South African churches unite against apartheid

The Baltimore Sun, 8 November 1990
Jerelyn Eddings

South Africa’s major Christian churches, as deeply divided over the years as its political institutions, took the unprecedented step yesterday of uniting in opposition to apartheid and denouncing it as a sin.

But in a demonstration of the differences that still divide the churches and their constituencies, the Dutch Reformed Church immediately disassociated itself from parts of a statement issued at the end of the historic conference.

The action came at the close of a five-day meeting of church leaders representing millions of South Africans, including whites who staunchly supported the government’s racial policy and blacks who suffered harassment and persecution because they fought against it.

“The very fact that we have met is for me an important one,” said Frank Chikane, general secretary of the South African Council of Churches and a prominent anti-apartheid figure.

“We have met. We have listened to one another. They have found it difficult to go the whole mile with us on the document . . . but I feel we’ve started a process, and I’m just hoping that the Dutch Reformed Church can move ahead and be with us.”

The process that began Monday included a dramatic confession of guilt by a leading theologian of the Dutch Reformed Church, who was later supported by the church’s top official.

“I confess before you and before the Lord, not only my own sin and guilt, but my personal responsibility for the political, social, economic and structural wrongs that have been done to many of you and the results of which you and our whole country are still suffering from,” said Willie Jonker, a minister and professor of theology at Stellenbosch University.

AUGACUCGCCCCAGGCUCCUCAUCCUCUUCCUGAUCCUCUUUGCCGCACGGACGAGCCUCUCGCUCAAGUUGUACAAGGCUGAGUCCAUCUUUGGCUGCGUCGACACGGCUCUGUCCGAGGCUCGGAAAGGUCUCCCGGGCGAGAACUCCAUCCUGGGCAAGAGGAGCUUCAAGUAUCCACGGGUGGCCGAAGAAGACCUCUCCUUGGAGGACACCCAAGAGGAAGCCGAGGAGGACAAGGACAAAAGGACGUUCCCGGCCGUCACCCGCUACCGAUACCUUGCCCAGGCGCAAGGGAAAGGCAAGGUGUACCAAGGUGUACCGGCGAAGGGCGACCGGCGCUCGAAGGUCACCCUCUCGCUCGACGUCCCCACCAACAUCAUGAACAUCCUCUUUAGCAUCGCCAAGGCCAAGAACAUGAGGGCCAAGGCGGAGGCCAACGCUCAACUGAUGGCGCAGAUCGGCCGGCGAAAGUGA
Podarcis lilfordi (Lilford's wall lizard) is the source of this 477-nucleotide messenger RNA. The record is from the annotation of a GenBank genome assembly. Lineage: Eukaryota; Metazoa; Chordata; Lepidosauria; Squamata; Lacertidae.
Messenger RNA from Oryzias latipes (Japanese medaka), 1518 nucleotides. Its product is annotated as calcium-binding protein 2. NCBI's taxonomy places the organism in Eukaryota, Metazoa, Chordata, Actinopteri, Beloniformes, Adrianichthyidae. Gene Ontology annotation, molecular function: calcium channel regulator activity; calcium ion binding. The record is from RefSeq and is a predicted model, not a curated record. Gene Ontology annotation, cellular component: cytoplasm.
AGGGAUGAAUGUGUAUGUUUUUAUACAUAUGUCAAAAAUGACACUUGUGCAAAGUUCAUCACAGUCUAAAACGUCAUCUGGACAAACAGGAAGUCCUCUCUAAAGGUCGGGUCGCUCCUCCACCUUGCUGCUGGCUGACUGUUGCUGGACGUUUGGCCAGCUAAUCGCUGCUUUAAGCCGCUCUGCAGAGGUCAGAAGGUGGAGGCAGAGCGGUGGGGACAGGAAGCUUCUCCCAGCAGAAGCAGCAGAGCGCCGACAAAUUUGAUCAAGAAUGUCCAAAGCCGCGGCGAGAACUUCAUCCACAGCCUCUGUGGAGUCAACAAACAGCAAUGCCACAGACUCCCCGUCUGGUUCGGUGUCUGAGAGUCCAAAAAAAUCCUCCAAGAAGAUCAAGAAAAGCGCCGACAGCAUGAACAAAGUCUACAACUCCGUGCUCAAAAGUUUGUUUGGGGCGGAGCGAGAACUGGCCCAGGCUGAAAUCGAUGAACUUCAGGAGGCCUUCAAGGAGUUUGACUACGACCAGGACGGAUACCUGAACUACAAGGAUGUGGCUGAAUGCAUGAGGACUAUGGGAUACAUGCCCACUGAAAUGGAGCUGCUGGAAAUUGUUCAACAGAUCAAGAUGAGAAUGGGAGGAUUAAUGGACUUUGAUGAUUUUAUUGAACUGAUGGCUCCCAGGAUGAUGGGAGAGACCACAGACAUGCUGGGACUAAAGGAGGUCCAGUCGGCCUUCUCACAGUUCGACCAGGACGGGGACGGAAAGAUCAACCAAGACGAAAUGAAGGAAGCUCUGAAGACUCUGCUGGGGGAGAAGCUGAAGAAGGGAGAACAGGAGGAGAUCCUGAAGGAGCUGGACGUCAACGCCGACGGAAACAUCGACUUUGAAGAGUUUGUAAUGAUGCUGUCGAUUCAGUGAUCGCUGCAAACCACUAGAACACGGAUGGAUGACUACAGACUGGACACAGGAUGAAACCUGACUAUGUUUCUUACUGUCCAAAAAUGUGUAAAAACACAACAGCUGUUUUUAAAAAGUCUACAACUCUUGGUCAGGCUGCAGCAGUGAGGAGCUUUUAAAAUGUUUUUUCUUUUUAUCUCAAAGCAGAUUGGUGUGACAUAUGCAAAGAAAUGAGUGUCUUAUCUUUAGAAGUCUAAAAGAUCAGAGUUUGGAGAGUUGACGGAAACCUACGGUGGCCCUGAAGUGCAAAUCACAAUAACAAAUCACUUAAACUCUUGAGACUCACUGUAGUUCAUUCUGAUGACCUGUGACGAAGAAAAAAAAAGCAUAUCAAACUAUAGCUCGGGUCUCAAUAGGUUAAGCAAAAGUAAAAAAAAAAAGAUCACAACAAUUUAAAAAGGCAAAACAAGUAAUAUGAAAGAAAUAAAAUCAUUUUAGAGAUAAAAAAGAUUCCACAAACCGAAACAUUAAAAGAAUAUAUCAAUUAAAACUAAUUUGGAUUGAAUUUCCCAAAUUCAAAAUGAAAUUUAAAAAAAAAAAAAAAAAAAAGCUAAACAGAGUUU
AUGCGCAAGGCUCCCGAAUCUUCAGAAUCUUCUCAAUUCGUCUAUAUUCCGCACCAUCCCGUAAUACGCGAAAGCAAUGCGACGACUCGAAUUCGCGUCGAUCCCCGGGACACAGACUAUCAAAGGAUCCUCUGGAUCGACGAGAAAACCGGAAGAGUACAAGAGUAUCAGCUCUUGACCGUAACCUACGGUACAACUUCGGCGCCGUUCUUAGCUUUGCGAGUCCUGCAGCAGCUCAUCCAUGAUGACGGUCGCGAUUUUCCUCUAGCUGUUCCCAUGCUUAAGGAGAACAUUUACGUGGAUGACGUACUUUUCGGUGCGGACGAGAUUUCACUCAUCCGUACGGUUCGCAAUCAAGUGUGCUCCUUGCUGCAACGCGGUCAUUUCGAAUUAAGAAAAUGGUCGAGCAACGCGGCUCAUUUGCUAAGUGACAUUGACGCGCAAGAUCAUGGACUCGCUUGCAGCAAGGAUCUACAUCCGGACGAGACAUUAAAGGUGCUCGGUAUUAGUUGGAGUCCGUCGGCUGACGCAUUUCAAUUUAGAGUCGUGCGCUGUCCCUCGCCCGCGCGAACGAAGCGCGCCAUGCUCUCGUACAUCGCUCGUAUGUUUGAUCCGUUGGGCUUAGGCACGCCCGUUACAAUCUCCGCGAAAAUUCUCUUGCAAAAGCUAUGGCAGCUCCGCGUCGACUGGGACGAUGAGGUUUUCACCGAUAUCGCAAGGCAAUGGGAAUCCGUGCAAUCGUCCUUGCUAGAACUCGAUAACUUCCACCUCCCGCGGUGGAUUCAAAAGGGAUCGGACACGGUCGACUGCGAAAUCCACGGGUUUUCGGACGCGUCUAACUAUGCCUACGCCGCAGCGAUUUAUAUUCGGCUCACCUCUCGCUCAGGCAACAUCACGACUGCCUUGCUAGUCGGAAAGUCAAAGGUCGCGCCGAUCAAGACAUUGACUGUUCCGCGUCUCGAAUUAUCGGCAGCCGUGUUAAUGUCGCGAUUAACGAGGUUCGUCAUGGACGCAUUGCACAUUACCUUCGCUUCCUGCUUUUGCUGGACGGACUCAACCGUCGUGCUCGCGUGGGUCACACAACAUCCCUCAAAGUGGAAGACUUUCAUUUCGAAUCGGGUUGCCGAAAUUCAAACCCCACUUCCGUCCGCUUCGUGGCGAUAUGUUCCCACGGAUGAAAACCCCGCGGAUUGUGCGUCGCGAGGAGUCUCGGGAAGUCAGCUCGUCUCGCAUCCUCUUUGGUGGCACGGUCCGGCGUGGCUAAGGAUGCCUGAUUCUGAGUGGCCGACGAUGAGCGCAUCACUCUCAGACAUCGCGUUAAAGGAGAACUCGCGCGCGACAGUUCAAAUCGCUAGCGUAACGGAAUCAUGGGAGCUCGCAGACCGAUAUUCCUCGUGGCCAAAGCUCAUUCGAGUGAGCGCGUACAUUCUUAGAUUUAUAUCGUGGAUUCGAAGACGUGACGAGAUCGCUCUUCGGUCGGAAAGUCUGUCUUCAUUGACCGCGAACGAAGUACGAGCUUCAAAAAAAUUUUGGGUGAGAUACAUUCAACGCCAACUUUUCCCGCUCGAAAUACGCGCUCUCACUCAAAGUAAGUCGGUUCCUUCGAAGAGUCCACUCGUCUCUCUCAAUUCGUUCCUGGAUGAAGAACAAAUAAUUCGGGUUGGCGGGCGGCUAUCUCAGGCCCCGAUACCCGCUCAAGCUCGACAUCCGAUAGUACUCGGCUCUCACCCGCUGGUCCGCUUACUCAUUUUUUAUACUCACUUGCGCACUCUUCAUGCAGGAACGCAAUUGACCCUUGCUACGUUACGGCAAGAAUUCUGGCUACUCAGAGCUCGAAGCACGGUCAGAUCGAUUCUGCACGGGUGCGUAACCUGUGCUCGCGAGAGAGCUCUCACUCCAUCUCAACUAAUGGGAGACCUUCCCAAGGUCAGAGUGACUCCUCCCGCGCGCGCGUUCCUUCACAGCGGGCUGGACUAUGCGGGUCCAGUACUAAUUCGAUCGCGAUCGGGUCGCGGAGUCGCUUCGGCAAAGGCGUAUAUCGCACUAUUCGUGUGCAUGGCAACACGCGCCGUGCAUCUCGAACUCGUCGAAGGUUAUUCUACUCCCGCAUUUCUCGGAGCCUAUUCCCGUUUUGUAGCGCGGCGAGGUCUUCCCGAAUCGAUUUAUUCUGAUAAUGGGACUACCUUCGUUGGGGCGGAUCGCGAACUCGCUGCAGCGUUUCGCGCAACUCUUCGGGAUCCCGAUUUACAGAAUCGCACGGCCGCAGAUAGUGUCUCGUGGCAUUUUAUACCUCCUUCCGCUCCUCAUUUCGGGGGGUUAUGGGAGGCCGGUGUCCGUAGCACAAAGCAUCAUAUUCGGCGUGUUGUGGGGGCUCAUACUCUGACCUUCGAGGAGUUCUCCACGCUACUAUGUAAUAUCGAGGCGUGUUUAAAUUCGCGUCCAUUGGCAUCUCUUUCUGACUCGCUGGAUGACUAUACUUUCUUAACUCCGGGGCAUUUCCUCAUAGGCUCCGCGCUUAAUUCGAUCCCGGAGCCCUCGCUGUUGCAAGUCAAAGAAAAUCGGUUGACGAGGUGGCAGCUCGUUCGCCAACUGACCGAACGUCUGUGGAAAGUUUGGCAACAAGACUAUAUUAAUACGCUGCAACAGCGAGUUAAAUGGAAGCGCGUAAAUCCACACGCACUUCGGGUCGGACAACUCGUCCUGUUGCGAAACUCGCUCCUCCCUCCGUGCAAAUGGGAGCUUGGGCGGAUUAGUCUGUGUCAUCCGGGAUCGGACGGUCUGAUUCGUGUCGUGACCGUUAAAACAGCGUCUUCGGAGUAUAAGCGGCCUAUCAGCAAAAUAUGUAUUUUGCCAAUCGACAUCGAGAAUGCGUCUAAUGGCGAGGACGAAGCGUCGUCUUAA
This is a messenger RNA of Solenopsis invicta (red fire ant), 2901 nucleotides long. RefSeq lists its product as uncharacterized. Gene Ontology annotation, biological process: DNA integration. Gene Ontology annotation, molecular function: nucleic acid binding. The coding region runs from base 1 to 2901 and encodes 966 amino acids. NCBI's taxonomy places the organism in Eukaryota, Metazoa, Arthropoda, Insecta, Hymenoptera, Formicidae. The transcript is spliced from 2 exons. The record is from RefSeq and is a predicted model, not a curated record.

The Rev. Pieter Potgieter, the church official, said he and his entire delegation “fully identify with the statement of Professor Jonker.” Such a confession, issued to a multiracial audience dominated by opponents of apartheid, was a major leap for the church that gave apartheid its moral foundation.

But the Dutch Reformed Church delegates had trouble with the conference statement that called for a political system that gives everyone an equal voice, or “one-person, one-vote.”

The statement also called on the church to “work for the return of all land expropriated from re-located communities to its original owners.”

Under the apartheid system, entire communities were moved to achieve the government’s ideal of separate areas for blacks, whites, Indians and “coloreds,” or people of mixed race. In the process, blacks lost homes and land and were removed to crowded townships, where they lived in government-owned housing.

Anti-apartheid delegates to the church meeting said repeatedly that an important element of any reconciliation between the former victims and former beneficiaries of apartheid would be a redistribution of the land and other wealth that was reserved by law for whites.

“There are certain political issues on which we had difficulty,” Mr. Potgieter said after the conference. “We had to say we are not exactly in line with them.”